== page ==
Figure 5: A healthy hydrangea (left) and a hydrangea showing phyllody due to phytoplasma infection (right) In research conducted by Himeno into the gene expression that occurs on the plant side when phyllody occurs, she found that the plant gene that changes leaves into flowers was only weakly expressed, and conjectured that phytoplasma causes phyllody by blocking the effect of this gene. This conjecture subsequently led to the discovery of the phyllogen protein. © 2016 Laboratory of Plant Pathology, Graduate School of Agricultural and Life Sciences, The University of Tokyo.

Figure 5: A healthy hydrangea (left) and a hydrangea showing phyllody due to phytoplasma infection (right)
In research conducted by Himeno into the gene expression that occurs on the plant side when phyllody occurs, she found that the plant gene that changes leaves into flowers was only weakly expressed, and conjectured that phytoplasma causes phyllody by blocking the effect of this gene. This conjecture subsequently led to the discovery of the phyllogen protein.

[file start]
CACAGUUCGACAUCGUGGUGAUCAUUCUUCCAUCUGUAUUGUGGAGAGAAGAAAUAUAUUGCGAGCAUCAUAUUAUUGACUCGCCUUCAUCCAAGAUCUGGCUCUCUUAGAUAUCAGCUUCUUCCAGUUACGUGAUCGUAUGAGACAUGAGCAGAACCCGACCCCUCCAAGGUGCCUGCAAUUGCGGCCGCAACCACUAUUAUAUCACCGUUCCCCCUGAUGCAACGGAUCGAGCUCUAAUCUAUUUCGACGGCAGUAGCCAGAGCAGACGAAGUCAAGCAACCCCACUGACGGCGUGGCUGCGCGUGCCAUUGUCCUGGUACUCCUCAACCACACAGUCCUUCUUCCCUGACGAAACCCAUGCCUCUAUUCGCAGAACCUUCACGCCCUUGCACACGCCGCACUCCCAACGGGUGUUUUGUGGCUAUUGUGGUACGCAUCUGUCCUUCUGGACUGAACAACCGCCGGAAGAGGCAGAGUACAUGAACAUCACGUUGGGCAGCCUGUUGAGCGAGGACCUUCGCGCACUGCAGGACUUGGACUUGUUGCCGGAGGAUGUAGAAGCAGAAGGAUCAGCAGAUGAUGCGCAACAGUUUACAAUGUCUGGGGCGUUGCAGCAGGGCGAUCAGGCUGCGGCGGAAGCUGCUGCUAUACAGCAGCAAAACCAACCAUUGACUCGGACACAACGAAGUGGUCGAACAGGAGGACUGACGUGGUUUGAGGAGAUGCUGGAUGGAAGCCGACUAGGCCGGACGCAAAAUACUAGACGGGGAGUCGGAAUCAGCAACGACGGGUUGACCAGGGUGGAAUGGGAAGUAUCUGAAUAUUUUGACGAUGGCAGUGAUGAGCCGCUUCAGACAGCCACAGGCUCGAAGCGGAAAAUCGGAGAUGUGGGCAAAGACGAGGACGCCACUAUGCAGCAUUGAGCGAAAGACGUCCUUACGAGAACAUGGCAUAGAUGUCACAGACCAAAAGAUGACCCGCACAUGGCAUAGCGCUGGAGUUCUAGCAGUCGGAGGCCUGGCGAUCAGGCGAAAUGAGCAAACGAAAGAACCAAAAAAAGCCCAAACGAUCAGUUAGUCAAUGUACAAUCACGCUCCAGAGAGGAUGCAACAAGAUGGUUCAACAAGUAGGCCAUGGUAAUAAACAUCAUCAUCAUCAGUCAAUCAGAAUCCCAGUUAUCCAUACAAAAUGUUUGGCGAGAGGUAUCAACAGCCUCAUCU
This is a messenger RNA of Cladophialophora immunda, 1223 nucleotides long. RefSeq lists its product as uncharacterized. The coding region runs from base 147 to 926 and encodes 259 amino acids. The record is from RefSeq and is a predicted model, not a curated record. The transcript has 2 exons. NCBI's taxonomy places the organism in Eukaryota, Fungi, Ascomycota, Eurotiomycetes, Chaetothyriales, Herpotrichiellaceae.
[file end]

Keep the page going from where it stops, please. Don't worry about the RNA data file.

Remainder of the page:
© 2016 Laboratory of Plant Pathology, Graduate School of Agricultural and Life Sciences, The University of Tokyo.

While there are lovers of such phyllody-affected hydrangeas, there is the concern that the disease may spread into plants in agricultural areas, green spaces, or residential areas, because phytoplasmas are plant pathogens. Himeno counters that “If we can utilize the phyllogen protein to induce phyllody without causing disease, we may be able to readily grow ornamental green lilies and other flowers.”

For younger researchers such as Himeno, the traditions of the laboratory continue to unbroken. Initially interested in environmental issues, she entered the Faculty of Agriculture in the senior division. She became interested in the interactions between plants and micro-organisms, and this led to her involvement in phytoplasma research. Himeno continued her research while raising two children, but says, “As research is a team effort, we’ve been able to complete our experiments by helping each other.” For example, Himeno and her colleagues substitute for students who are unable to do lab work during the day because they are attending lectures. In turn, Himeno is supported by students in the lab when she cannot work in the evening, because she has to pick up her children from daycare.

Phytoplasmas cause agricultural damage across the globe, but the time might soon arrive when we can purchase vegetables and other plants that are made environmentally friendly, safe, and disease-resistant, thanks to the use of their pathogenic genes.

Interview/text: Katsue Nagakura
Translation: Tony Atkinson